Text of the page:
Of course I cannot speak (or type) for everyone, but in the past six years, one specific word has never been far from the forefront of my mind: copyright. While I think that copyright is an incredibly fascinating and complex historical subject —and thus why wouldn’t everyone be talking about it all the time—it is probably because intellectual property was the subject of my dissertation that I spent so much time thinking, reading, and writing about it. I’m now in an exciting, strange, and surreal moment where I’ve defended my dissertation and am conceiving of what the manuscript will look like. And in this window two other words have come up: Austen and de Staël. Continue reading
I recently had to cancel a trip to a conference. My panel is continuing without me; the chair has graciously offered to read my paper in my place. Partly because of this, I am doing something I haven’t done before: putting together a companion webpage for the presentation.
Making companion webpages does not seem to be a widespread practice yet at history conferences, but I do know historians who have done it. For other people who are interested in the idea, I thought I would talk through what I am doing, keeping in mind that many presenters may not have extensive experience making webpages.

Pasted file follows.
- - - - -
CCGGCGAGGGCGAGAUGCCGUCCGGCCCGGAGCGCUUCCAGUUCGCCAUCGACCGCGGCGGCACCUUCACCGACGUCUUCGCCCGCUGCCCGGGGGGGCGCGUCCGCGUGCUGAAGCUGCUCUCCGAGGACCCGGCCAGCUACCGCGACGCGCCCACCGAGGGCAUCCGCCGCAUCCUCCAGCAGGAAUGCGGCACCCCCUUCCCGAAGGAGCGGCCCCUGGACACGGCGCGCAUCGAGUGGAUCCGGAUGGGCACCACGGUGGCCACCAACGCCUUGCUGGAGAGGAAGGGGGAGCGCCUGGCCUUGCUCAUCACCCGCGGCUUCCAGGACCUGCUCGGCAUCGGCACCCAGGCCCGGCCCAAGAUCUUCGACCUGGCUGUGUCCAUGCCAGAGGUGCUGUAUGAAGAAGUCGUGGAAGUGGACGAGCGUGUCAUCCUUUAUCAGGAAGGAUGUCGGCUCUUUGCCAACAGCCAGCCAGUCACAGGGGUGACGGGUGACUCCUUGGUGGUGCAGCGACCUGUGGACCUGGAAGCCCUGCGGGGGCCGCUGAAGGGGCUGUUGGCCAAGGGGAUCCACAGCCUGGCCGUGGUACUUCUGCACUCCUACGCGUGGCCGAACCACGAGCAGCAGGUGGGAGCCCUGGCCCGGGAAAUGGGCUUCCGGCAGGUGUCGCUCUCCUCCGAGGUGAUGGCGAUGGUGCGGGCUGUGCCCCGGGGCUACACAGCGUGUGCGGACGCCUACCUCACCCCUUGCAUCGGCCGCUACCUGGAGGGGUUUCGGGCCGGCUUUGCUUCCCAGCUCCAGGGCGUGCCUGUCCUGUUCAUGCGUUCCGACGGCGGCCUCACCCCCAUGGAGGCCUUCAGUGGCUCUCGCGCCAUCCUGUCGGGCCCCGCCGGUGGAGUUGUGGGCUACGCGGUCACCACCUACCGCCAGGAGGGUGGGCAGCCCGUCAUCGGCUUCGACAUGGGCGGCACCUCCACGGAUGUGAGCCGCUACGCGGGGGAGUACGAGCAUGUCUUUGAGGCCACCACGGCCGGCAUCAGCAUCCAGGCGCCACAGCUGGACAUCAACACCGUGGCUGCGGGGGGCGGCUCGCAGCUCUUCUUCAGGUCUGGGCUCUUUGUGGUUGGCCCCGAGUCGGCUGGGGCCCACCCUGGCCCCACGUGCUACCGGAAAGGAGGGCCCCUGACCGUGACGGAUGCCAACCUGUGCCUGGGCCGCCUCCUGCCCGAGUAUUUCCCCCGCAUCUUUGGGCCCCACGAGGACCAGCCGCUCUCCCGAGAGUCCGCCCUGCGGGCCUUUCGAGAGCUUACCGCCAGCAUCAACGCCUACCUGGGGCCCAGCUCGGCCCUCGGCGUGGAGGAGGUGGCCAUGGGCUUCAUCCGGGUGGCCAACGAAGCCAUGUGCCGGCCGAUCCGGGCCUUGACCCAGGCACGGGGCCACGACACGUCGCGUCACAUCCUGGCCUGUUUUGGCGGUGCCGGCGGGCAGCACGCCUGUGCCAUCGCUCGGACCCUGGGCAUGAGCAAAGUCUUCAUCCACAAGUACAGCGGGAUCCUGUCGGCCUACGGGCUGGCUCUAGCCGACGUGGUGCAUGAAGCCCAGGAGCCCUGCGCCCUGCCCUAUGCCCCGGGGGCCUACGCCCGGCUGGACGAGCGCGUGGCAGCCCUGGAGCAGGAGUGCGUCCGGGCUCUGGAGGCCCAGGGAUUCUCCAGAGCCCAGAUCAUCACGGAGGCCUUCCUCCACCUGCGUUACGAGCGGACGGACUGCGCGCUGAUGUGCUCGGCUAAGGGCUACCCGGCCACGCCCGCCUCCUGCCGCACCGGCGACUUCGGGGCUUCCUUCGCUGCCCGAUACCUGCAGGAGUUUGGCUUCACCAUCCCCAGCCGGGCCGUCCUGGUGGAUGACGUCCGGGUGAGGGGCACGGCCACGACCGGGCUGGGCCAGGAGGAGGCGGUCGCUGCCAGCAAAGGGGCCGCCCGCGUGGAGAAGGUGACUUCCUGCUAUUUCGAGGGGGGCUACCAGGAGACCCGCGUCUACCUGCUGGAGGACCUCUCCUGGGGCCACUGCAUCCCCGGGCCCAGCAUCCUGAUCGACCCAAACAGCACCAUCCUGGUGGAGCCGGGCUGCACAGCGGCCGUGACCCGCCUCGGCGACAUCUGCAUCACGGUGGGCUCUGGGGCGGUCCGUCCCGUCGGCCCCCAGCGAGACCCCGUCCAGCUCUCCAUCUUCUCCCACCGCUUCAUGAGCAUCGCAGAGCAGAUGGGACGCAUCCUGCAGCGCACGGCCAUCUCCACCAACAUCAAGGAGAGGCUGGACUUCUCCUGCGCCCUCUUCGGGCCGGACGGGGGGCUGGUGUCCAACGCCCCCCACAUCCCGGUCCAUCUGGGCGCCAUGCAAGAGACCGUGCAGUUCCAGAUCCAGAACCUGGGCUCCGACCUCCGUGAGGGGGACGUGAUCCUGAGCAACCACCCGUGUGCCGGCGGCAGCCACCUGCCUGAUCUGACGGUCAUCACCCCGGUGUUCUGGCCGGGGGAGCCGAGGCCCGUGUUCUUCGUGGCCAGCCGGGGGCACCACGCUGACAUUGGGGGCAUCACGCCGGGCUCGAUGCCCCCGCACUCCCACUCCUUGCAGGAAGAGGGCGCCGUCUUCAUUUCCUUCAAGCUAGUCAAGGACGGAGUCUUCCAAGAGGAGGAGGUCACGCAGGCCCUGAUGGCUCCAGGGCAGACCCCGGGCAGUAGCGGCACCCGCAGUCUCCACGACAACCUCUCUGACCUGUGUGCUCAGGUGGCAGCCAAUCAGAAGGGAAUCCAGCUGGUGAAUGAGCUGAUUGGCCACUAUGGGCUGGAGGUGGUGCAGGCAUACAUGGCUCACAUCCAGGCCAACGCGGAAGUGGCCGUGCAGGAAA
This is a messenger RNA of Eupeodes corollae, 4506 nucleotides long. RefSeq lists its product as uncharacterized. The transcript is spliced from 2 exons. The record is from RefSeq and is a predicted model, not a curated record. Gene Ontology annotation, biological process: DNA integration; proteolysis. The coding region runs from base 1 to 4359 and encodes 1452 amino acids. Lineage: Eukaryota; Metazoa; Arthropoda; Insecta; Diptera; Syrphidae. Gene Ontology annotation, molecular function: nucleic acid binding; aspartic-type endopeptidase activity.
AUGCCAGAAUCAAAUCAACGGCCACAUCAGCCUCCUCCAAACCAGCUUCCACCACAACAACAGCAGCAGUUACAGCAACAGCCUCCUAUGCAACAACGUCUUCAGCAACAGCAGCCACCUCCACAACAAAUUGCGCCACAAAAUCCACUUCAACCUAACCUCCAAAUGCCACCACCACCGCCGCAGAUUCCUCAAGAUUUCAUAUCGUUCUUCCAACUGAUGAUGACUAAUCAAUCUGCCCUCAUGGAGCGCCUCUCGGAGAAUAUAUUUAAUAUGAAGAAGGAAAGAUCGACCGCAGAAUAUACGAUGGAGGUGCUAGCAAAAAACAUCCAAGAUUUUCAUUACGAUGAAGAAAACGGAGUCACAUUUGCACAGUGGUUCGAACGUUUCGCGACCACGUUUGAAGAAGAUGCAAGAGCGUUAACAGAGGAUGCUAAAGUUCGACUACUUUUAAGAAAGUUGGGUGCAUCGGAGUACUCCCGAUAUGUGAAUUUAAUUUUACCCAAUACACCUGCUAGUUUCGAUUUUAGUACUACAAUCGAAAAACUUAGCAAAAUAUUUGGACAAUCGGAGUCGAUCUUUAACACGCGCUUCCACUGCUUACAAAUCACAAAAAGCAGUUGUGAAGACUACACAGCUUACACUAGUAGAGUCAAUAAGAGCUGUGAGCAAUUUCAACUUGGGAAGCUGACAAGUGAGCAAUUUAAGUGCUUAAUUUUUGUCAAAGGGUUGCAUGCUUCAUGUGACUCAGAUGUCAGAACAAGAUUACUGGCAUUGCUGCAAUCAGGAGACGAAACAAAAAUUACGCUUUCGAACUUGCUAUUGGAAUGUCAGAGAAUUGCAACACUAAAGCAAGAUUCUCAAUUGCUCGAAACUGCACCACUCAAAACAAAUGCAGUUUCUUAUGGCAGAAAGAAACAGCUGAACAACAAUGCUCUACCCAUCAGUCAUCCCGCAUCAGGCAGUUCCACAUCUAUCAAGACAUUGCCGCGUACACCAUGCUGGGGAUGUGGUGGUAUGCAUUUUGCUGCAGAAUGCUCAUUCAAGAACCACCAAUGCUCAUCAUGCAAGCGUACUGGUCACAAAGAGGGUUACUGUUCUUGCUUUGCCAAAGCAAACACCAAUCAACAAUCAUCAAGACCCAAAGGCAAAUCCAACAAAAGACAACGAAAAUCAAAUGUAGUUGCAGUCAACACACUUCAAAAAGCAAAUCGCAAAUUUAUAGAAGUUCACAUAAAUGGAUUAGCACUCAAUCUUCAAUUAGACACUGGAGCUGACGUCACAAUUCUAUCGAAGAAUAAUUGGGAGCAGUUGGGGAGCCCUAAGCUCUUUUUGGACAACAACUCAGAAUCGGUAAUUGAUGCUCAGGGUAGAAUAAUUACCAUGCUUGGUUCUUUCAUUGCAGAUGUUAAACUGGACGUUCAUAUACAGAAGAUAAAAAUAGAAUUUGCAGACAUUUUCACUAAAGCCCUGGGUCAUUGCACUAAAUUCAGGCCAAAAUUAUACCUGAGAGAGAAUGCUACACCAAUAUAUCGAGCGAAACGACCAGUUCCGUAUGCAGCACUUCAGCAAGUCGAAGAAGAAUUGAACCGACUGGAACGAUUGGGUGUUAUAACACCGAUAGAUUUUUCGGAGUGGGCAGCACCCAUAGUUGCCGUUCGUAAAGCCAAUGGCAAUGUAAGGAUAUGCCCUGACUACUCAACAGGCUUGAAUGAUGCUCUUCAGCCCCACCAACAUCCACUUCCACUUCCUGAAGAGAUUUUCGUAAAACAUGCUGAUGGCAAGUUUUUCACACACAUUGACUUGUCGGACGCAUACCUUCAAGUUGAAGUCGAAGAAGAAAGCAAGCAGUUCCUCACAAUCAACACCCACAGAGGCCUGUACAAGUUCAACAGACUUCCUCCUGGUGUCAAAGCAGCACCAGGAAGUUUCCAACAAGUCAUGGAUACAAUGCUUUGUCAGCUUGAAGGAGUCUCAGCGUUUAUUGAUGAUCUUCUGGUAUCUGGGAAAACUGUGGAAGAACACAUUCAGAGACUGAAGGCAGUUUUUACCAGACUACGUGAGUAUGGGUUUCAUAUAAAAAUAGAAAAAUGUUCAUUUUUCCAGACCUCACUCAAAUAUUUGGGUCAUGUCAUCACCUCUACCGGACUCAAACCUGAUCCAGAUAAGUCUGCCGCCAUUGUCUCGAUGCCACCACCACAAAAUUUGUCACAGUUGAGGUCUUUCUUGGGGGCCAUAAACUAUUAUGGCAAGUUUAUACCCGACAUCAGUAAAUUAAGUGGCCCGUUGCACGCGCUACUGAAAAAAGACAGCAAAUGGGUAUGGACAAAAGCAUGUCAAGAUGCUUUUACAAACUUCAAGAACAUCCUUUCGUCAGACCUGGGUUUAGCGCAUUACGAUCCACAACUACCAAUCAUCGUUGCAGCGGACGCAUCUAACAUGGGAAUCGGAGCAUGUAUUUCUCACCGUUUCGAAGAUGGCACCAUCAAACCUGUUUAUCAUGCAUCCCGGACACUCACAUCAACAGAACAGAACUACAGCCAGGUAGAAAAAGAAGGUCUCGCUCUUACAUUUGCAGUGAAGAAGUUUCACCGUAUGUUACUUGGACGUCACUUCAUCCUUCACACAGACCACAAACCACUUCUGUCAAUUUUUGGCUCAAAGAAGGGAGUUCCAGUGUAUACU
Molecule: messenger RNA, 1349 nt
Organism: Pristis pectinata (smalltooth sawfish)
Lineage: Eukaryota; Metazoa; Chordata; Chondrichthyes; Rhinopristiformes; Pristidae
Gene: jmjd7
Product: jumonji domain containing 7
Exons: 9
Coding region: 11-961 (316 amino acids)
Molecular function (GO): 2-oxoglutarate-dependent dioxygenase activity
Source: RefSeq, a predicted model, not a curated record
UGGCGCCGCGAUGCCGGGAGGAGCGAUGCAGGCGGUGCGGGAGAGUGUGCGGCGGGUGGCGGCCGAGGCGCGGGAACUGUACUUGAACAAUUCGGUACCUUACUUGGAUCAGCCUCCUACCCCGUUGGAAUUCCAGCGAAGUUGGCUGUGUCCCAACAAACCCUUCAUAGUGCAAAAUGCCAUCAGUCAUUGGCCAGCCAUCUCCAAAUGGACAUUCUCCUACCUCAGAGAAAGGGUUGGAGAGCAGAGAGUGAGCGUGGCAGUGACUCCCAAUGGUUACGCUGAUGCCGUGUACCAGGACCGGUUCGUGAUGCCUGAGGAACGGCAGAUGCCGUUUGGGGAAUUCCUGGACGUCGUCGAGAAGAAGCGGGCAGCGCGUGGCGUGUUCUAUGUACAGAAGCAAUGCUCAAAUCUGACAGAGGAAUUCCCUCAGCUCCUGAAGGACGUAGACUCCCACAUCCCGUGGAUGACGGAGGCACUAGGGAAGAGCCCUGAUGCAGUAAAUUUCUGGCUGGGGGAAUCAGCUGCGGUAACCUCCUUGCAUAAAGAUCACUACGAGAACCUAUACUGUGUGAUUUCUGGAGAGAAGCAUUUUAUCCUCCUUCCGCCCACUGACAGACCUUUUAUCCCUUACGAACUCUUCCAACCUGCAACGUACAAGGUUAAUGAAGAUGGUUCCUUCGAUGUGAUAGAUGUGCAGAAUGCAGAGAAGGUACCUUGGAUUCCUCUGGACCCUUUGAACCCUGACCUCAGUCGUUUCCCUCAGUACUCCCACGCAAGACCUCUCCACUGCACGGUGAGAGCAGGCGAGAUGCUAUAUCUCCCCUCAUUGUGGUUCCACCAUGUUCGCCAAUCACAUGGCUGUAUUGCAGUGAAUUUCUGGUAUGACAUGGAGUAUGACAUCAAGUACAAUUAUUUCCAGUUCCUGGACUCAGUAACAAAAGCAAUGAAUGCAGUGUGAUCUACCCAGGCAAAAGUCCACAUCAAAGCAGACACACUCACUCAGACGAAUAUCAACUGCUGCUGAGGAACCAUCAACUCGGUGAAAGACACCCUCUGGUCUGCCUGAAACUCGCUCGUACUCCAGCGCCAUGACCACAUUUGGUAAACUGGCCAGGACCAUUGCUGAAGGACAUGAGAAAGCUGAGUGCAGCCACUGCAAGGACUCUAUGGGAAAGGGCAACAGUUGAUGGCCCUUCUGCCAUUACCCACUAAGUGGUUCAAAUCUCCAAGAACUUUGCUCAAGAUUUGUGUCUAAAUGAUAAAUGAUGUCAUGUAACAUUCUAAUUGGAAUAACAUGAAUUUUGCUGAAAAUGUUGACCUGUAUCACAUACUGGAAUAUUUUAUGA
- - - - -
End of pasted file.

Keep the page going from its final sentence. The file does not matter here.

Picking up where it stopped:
In a week I’ll be heading to Little Rock for the Society of American Music Conference, where I’ll be chairing and presenting at a session on music in the Atlantic world. My paper is titled “Strategizing Atlantic Musicology” and in it I’m discussing some of the benefits and drawbacks for incorporating ideas from Atlantic studies into musicology. (I’m also hoping to claim the Pithiest Title Prize). I thought I’d try out a few of my ideas and concerns here, and hopefully tap the collective wisdom of the Junto community.
To give a little background: I’ve been thinking about Atlantic studies and music for a while–I wrote a dissertation about how transatlantic music shaped the identities of early American communities, and wrote a musicology article that uses concepts from Atlantic history to interpret musical networks in the early modern period. I’ve also delivered conference papers on that touch on this topic. But this is the first paper I’ve written that is devoted entirely to question of how (and whether) musicology could engage with Atlantic studies. Continue reading